In the Precision Software News Round-Up: 7 December 2018, the USPS task force recommends rate hikes; bpost to meet 2018 financial targets; Alibaba to open a hub in Belgium; EU ban on retail geo-blocking comes into force; compliance risks for life sciences companies; and the future looks bright for national posts.
USPS NEEDS PRICING RESTRUCTURE: TASK FORCE
This Tuesday, the Task Force on the United States Postal System called for an overhaul of US Postal Service pricing. The task force recommended increasing rates of mail and parcels. It also recommended removing pricing caps on mail and packages not deemed “essential services”. The report noted that the “USPS has a dominant market position in B2C e-commerce segments.” It suggested that USPS pricing should generate income rather than maximize volume. Despite its dominant position, the USPS experienced net losses of $69 billion between financial years 2007 and 2018. To read more, please click here.
IPC SAYS POSTAL OPERATORS POISED FOR FUTURE GROWTH
This week, the International Post Corporation released its 2018 Global Postal Industry Report. The IPC — a co-operative of 24 national postal services — found that the postal industry is in good shape for future growth. The postal sector enjoyed 2.6 percent revenue growth in 2017. Furthermore, the sector recorded an acceleration in the first half of 2018 through an increase of 4.6 percent year-on-year. Unsurprisingly, mail revenues are down — 2.3 percent — while parcel revenue is up 11.0 percent. Mail still represents over 40 percent of revenue. However, postal operators are pursuing areas of growth outside of this. Additional sources of revenue are financial services as well as logistics and freight. International revenue has also increased over the past five years. In 2017 this represented almost a quarter of total revenue on average. Shares ranged widely across operators, but most postal services have grown international revenue since 2012. For more on this, please click here.
BPOST TO MEET 2018 FINANCIAL TARGETS
Belgium’s national post, bpost released a statement this week that it expects to meet projected financial targets for 2018. The company also announced the payment of an interim dividend of €1.06 per share. In the statement, bpost said that it expects a challenging 2019. The postal operator said this was partly due to changing consumer behaviour. In addition, the company aims to improve workloads and the attractiveness of the postal jobs. This should impact bpost’s profitability. However, bpost’s management stated that employee wellbeing was a priority. You can read more on this here.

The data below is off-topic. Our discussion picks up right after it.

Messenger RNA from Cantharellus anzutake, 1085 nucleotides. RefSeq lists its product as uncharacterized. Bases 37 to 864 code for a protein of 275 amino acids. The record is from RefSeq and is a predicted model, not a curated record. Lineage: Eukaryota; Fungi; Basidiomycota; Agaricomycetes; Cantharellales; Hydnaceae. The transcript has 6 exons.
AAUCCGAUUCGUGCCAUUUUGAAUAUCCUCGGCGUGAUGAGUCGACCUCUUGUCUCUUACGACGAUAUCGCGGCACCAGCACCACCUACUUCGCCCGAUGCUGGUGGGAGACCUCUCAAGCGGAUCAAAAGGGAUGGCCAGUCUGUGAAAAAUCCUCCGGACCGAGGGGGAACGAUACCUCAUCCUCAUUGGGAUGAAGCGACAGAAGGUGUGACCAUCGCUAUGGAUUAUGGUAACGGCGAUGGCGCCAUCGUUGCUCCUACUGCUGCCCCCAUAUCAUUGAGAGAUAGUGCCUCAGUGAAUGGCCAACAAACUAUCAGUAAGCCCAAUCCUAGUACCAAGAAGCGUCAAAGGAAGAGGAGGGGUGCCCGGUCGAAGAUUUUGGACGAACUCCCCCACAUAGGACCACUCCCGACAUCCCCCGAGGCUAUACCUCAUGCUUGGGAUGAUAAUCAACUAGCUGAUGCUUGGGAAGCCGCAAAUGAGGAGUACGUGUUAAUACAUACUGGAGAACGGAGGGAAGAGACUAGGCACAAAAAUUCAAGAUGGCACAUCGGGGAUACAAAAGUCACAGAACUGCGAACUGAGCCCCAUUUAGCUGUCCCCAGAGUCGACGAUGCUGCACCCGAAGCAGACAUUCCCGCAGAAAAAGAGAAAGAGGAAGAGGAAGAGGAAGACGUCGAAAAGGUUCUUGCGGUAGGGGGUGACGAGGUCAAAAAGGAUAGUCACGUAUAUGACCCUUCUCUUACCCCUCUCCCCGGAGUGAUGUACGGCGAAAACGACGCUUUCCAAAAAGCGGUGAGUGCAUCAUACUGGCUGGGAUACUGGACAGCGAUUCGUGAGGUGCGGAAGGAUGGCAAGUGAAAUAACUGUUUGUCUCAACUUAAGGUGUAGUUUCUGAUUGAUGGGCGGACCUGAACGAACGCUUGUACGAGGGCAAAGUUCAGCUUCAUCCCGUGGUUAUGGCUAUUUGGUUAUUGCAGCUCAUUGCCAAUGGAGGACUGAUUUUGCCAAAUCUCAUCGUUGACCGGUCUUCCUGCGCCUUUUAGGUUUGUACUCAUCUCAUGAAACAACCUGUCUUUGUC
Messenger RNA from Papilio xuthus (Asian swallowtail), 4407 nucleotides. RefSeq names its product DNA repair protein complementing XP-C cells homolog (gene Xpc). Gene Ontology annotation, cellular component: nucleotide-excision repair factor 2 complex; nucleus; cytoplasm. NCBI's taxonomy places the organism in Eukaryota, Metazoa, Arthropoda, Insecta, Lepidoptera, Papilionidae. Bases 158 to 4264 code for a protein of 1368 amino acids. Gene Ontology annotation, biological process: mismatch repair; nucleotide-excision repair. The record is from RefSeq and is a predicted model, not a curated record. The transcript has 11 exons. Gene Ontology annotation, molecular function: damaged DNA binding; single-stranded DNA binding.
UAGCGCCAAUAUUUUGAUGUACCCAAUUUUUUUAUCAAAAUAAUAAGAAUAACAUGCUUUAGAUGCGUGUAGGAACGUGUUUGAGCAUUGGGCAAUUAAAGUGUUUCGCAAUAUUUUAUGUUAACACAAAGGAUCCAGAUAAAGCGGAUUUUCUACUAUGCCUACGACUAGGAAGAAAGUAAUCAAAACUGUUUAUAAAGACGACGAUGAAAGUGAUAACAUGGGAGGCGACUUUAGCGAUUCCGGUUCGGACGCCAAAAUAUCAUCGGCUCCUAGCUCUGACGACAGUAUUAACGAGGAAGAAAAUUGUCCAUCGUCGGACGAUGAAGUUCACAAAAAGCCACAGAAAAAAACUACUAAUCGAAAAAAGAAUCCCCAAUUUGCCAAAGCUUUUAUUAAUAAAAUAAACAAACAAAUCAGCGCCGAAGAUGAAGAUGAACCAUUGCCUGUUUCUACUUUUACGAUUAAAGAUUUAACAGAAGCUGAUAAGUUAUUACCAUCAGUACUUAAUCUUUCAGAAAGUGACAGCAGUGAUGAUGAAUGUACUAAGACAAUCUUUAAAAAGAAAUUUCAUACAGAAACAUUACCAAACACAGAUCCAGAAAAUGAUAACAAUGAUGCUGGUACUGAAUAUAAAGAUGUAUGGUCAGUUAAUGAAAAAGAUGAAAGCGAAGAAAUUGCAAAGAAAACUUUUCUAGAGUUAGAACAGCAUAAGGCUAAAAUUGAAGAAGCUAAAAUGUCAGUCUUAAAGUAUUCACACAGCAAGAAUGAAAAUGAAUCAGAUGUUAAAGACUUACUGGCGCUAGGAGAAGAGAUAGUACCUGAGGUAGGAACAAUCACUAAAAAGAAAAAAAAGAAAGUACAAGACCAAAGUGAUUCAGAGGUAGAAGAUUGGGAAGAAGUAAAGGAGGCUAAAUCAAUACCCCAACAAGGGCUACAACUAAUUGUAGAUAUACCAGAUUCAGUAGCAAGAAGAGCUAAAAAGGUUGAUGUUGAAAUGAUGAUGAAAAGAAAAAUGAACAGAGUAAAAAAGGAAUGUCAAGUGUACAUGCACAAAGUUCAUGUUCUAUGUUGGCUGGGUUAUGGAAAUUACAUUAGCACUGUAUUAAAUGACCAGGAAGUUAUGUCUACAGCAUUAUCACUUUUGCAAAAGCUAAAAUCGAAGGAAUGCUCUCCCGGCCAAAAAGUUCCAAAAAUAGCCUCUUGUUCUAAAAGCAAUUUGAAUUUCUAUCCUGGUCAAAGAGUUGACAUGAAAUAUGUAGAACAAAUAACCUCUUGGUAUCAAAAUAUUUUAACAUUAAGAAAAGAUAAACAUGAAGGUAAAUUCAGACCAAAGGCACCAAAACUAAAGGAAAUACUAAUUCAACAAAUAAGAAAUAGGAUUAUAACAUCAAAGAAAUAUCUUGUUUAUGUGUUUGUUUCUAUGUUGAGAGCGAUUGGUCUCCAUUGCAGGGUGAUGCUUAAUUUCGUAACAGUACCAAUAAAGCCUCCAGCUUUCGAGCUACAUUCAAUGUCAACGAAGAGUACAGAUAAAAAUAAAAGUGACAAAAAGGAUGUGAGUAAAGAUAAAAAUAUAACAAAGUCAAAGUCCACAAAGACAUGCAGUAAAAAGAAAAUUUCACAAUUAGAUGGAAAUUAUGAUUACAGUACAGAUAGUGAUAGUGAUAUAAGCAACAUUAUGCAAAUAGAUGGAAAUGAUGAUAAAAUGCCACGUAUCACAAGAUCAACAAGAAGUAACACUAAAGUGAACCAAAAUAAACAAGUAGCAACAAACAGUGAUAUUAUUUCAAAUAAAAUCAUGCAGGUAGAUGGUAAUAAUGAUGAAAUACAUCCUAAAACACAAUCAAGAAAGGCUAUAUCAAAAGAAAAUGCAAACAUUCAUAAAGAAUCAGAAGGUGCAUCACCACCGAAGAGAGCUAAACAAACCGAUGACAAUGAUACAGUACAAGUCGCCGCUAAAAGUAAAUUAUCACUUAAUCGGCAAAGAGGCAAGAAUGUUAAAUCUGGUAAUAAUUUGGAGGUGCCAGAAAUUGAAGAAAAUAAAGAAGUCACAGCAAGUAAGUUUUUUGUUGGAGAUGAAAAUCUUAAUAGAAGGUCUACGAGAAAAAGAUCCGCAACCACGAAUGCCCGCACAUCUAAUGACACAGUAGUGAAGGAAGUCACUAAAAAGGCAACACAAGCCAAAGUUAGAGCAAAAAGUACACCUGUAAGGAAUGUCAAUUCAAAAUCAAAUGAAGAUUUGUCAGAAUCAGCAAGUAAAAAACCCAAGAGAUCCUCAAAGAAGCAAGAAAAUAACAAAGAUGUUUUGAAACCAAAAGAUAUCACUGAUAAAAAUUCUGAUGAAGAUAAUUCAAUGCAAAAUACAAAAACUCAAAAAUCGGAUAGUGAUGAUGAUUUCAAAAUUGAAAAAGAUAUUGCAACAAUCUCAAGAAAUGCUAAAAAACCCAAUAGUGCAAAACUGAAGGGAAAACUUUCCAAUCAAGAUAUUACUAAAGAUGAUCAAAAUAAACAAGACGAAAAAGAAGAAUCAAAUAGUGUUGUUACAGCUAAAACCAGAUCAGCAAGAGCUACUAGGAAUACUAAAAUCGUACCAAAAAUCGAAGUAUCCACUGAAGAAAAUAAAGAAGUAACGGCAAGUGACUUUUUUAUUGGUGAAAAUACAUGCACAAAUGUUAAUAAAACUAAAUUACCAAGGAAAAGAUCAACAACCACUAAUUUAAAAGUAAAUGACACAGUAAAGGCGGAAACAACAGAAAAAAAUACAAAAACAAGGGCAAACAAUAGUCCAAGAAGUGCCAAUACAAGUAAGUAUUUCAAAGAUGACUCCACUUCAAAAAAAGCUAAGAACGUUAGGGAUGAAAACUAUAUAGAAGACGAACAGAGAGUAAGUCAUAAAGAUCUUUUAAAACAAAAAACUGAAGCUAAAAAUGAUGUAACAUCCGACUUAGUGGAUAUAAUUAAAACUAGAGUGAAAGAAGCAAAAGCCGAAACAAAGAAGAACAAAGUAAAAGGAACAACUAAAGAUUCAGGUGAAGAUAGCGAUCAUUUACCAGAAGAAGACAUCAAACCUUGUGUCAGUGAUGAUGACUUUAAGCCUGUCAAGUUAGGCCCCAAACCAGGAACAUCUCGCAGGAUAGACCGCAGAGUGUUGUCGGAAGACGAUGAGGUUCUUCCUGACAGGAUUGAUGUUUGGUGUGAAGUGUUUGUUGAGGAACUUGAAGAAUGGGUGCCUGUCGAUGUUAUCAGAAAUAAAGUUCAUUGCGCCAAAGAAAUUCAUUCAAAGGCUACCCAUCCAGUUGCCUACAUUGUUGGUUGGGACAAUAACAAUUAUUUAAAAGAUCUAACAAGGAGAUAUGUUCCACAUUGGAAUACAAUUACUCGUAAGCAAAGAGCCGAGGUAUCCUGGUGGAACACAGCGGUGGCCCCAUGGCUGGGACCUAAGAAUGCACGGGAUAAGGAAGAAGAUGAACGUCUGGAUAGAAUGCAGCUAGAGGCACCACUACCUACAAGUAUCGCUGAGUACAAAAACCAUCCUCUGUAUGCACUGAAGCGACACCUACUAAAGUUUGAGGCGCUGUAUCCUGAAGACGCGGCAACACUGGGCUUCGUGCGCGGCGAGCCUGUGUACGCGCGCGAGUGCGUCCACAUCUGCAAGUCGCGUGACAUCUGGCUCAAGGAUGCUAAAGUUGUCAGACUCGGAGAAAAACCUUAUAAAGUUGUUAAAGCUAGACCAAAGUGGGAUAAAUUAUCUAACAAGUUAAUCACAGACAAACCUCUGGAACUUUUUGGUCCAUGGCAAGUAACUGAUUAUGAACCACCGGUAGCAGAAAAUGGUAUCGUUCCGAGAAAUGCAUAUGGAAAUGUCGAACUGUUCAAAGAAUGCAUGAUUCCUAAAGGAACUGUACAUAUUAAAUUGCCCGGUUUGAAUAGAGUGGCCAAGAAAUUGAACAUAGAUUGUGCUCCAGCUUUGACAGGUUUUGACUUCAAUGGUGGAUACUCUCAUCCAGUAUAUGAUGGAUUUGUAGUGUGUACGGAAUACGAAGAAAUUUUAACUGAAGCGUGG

ALIBABA TO OPEN HUB IN BELGIUM
E-commerce giant Alibaba has entered into a partnership with the Belgian government to create a trade hub. The Electronic World Trade Platform (eWTP) is an initiative by Alibaba’s Jack Ma. The eWTP aims to help small-and-medium-sized enterprises to sell products abroad. Belgium is the first European country to sign up. Malaysia and Rwanda have also joined eWTP. Alibaba is to open a warehouse in Liege, Belgium to transport European goods to China. For more information, please click here.
EU BAN ON E-COMMERCE GEO-BLOCKING COMES INTO LAW
A ruling by the European Parliament making it illegal for EU retailers to geo-block sales has come into force. Retailers can no longer refuse to sell to consumers in other member states because of their location. The ruling passed in February, but became law this week. Research by the European Commission found that 63 percent of websites did not let shoppers buy from another EU country. However, the legislation does not remove regional restrictions on media. In addition, digital copyrighted content is not covered by the new rules. For more information on this story, please click here.
STRATEGIES TO MITIGATE LIFE SCIENCES TRADE COMPLIANCE RISKS
Trade compliance is a necessity for any company that ships globally. For the heavily regulated life sciences industry, it is critical. There are stringent regulations related to shipping hazardous materials, scheduled medicines and biological matter. Regulations change depending on where you are shipping from or shipping to. Most importantly, compliance delays can have serious impacts on patient outcomes — and destroy trust in a life sciences company.
Many life sciences companies did not have enterprise-wide view of compliance risk. Globalization and the resulting need to work within different regulatory environments adds to the complexity. Furthermore, life science companies are shipping to more places than ever before. As the list of countries where your company does business gets longer, you must deal with more regulations and more risk. In the latest Precision Report we look at how automating compliance can mitigate risk and streamline operational processes. To read the full report, please click here.
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